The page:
Nicotine Withdrawal Timeline

withdrawal timelineThe symptoms of nicotine withdrawal typically only last a couple of days or a few weeks at most but they can be very challenging to cope with. Cravings for cigarettes will last much longer than the actual symptoms of withdrawal and the temptation to smoke can quickly result in relapse if you’re not careful. A review of the nicotine withdrawal timeline shows that if you remain committed to quitting, you stay persistent in your efforts and you do whatever it takes to stay abstinent from the use of cigarettes or other nicotine containing products that you will soon feel great relief from the withdrawal symptoms that have come to wreak havoc on your life.

A Few Hours After the Last Cigarette

Within the first few hours after you smoke your last cigarette you will begin to feel the effects of nicotine withdrawal. Most smokers attribute this feeling to the “need” for another cigarette but if you’re trying to quit, you must avoid smoking all together! The effects of nicotine withdrawal and the symptoms that you begin to feel mere hours after your last smoke may include:

  • Heightened anxiety or irritability
  • Poor concentration as all you can think about are cravings for another cigarette
  • Poor performance or motor activity due to a lack of concentration
  • Sadness or depression
  • Cravings for nicotine, cigarettes or nicotine containing products
  • Reduced heart rate
  • Insomnia or an inability to sleep or rest

24 Hours After the Last Cigarette

The first 24-48 hours are probably the worst in terms of cravings and side effects. As the nicotine withdrawal timeline progresses, you will begin to find it easier to avoid situations that cause you to crave a cigarette and you will learn how to more effectively cope with the urges that you do have. Over the first 24 hours after you decide to quit smoking you may feel the following withdrawal symptoms:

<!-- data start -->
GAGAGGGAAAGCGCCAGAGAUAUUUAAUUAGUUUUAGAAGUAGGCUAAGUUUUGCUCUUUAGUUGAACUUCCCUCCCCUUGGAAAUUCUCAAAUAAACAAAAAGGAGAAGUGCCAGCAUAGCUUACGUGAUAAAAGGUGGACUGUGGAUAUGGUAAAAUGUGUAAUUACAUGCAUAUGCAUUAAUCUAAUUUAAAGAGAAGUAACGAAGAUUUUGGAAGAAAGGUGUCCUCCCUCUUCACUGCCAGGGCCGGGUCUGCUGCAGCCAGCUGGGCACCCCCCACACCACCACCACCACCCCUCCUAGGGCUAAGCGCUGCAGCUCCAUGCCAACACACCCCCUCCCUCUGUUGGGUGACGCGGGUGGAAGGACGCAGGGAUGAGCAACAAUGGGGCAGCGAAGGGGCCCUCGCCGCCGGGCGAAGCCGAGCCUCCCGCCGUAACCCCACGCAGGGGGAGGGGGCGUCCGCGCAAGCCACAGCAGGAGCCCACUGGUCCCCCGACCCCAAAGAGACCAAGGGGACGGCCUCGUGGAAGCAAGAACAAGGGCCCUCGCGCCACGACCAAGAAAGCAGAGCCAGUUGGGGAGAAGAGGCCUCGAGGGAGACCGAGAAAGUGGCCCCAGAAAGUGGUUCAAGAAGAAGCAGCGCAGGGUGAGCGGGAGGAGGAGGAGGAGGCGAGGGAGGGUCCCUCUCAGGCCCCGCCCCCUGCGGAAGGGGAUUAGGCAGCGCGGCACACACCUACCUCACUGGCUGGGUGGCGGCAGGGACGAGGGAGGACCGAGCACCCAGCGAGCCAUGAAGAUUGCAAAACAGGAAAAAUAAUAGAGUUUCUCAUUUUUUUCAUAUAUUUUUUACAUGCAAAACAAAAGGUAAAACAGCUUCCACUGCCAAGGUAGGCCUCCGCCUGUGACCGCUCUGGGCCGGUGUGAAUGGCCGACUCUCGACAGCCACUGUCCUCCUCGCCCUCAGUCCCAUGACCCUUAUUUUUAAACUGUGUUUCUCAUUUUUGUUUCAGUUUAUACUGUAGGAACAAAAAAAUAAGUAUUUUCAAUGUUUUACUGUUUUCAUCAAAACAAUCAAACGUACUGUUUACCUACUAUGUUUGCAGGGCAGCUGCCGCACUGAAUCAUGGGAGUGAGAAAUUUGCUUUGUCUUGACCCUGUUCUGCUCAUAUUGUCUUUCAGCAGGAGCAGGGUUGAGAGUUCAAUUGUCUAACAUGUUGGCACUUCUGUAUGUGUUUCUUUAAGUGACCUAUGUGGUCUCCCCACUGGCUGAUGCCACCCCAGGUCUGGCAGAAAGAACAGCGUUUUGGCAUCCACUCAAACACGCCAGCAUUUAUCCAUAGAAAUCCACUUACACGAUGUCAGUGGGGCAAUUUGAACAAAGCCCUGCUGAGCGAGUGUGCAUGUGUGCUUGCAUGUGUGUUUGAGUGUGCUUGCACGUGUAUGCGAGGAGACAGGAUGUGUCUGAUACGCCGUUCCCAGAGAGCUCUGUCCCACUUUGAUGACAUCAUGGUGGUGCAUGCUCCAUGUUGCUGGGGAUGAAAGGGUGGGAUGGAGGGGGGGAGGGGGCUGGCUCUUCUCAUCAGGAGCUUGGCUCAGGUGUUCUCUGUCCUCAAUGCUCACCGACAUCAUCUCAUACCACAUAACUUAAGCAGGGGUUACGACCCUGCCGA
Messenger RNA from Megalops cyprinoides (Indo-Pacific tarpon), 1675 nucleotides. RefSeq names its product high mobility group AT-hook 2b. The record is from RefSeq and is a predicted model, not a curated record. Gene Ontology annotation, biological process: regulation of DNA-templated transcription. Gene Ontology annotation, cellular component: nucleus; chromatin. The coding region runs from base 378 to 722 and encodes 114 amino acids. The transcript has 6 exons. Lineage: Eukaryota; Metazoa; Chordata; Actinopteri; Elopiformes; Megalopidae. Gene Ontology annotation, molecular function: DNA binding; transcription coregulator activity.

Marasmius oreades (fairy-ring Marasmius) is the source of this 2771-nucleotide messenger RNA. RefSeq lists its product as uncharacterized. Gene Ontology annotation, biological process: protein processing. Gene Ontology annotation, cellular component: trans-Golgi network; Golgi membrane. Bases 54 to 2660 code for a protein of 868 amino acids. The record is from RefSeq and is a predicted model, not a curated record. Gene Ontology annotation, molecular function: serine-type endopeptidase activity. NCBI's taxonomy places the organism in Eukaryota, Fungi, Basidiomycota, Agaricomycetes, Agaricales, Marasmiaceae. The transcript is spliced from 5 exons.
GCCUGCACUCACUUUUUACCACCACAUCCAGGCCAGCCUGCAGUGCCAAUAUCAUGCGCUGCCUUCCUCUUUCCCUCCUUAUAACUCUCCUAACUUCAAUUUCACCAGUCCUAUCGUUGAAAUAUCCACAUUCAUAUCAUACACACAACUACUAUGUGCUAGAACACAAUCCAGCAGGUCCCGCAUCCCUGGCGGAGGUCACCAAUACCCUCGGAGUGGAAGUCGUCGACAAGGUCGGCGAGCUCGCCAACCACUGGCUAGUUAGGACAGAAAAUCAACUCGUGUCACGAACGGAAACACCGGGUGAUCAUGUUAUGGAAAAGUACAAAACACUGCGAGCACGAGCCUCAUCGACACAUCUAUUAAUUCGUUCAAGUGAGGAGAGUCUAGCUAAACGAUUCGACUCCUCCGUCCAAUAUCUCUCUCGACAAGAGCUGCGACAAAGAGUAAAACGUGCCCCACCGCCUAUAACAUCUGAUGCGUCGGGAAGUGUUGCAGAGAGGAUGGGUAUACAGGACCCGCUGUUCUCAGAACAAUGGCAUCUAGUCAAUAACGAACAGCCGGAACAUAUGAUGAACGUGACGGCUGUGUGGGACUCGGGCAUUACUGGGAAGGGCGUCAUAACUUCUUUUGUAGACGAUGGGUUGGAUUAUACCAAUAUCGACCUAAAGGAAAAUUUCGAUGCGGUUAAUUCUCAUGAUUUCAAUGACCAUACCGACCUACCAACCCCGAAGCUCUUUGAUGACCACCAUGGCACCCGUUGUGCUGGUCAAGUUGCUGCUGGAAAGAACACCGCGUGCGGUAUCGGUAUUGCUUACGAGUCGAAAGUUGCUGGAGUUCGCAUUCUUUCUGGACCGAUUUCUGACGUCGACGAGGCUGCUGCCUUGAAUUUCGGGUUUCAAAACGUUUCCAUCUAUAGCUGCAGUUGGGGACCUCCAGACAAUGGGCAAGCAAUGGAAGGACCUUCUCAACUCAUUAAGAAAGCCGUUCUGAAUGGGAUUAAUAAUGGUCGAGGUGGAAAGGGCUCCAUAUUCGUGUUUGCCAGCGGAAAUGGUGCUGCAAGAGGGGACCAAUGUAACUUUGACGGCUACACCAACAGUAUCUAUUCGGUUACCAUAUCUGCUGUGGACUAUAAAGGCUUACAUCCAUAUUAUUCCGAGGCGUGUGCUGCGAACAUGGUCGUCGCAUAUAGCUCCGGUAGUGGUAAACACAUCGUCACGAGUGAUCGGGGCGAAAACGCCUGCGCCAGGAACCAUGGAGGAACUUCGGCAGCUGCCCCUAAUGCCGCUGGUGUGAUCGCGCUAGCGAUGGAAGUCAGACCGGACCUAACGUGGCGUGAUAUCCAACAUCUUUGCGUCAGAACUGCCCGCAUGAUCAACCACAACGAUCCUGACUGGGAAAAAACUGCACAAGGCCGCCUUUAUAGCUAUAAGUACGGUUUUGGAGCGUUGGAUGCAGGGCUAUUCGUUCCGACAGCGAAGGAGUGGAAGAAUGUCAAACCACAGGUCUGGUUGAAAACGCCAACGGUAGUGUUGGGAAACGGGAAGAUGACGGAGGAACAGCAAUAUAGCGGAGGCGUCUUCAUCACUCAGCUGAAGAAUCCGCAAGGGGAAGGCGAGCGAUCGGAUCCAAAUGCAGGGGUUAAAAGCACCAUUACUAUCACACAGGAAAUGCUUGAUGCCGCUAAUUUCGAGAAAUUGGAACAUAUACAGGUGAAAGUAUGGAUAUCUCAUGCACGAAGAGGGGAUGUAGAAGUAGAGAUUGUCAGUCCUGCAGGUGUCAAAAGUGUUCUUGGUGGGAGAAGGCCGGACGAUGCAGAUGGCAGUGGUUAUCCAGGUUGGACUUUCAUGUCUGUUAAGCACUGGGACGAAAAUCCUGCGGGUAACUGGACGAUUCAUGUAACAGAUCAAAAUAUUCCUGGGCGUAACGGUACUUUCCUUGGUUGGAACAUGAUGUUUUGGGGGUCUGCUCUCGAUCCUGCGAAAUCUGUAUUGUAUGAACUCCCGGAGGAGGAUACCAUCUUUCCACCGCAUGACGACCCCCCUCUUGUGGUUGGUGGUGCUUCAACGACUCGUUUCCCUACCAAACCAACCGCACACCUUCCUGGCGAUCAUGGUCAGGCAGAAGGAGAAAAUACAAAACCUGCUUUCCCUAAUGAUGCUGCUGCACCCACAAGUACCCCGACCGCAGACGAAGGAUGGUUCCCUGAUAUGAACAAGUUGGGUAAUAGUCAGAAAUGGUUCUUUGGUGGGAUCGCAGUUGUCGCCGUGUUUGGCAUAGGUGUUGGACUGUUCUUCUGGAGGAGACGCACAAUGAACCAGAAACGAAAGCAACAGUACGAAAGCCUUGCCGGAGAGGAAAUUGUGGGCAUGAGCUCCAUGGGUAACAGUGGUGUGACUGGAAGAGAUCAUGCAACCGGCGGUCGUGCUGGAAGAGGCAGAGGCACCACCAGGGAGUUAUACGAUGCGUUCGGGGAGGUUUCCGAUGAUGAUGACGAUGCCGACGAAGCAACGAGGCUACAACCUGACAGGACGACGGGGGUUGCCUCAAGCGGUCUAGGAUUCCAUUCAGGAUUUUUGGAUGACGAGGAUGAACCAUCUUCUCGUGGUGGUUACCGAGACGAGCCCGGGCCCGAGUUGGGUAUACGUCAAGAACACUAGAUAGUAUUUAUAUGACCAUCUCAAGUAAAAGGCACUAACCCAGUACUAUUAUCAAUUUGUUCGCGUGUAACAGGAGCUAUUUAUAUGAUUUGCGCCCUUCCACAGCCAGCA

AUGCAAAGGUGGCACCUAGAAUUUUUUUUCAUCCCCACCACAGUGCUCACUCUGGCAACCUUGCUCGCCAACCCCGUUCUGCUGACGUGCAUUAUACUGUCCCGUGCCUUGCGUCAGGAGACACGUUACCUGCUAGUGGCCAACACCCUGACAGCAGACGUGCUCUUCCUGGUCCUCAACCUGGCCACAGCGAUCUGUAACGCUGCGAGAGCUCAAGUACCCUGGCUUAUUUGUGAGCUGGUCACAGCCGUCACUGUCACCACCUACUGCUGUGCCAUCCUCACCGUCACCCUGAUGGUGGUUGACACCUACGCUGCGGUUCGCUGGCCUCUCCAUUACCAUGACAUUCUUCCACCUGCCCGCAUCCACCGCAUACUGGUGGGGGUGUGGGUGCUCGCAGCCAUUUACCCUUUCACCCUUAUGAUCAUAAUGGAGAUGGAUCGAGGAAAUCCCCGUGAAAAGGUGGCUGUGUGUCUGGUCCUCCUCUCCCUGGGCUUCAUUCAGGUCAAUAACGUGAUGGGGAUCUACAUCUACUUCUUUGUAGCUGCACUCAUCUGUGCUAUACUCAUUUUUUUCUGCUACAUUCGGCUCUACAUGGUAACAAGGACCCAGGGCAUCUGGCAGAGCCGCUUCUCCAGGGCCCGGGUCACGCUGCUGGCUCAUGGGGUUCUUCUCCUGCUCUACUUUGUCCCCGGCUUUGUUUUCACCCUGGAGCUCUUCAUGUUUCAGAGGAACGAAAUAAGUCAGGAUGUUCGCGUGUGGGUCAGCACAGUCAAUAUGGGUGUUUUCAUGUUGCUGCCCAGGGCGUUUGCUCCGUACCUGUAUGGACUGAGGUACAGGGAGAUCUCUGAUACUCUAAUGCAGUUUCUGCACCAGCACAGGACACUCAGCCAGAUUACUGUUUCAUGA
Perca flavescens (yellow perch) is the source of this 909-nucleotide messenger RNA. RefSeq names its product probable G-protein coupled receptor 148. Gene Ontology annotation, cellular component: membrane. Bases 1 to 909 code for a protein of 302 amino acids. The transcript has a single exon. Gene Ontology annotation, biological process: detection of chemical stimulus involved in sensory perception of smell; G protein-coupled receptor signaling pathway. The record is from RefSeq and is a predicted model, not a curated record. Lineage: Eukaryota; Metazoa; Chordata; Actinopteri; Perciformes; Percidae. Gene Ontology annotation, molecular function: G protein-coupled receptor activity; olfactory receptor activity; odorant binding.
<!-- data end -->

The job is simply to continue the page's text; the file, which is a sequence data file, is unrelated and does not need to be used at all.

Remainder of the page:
• Increased anxiety the seemingly won’t go away and continues to worsen
  • Persistent insomnia and an inability to sleep
  • Continued cravings for nicotine that seem to be getting worse
  • Feelings of hopelessness as if you can’t do it
  • Restlessness or feeling on edge

4-7 Days After the Last Cigarette

Within a few days you will begin to notice that you are no longer irritable, that you do not have the consistent urge to smoke and that the nicotine withdrawal symptoms are diminishing with each passing day. About a week after you smoke your last cigarette, you will notice that the major withdrawal symptoms, though still present at times, have mostly gone away. You no longer have a consistent craving and you no longer feel like you can’t do it. From the first week on through the next few weeks you may notice that your cravings for nicotine do spike at times and that every once in a while you have some anxiety or restlessness which may be a lingering effect of the nicotine withdrawal but these symptoms tend to pass rather quickly now and do not take over the way they do in the early days following your decision to quit smoking.

One Month After the Last Cigarette

The nicotine withdrawal timeline can continue on for many weeks in terms of psychological cravings and occasional restlessness but for most smokers, within a month of their last cigarette, most of the symptoms of withdrawal will have dissipated. At one month past your last cigarette, you will probably not have any major symptoms of withdrawal lingering with you and you probably don’t think too much about smoking anymore. There could be lingering nightmares or insomnia at times but the majority of symptoms should be gone by now—you have successfully made it one month without a cigarette!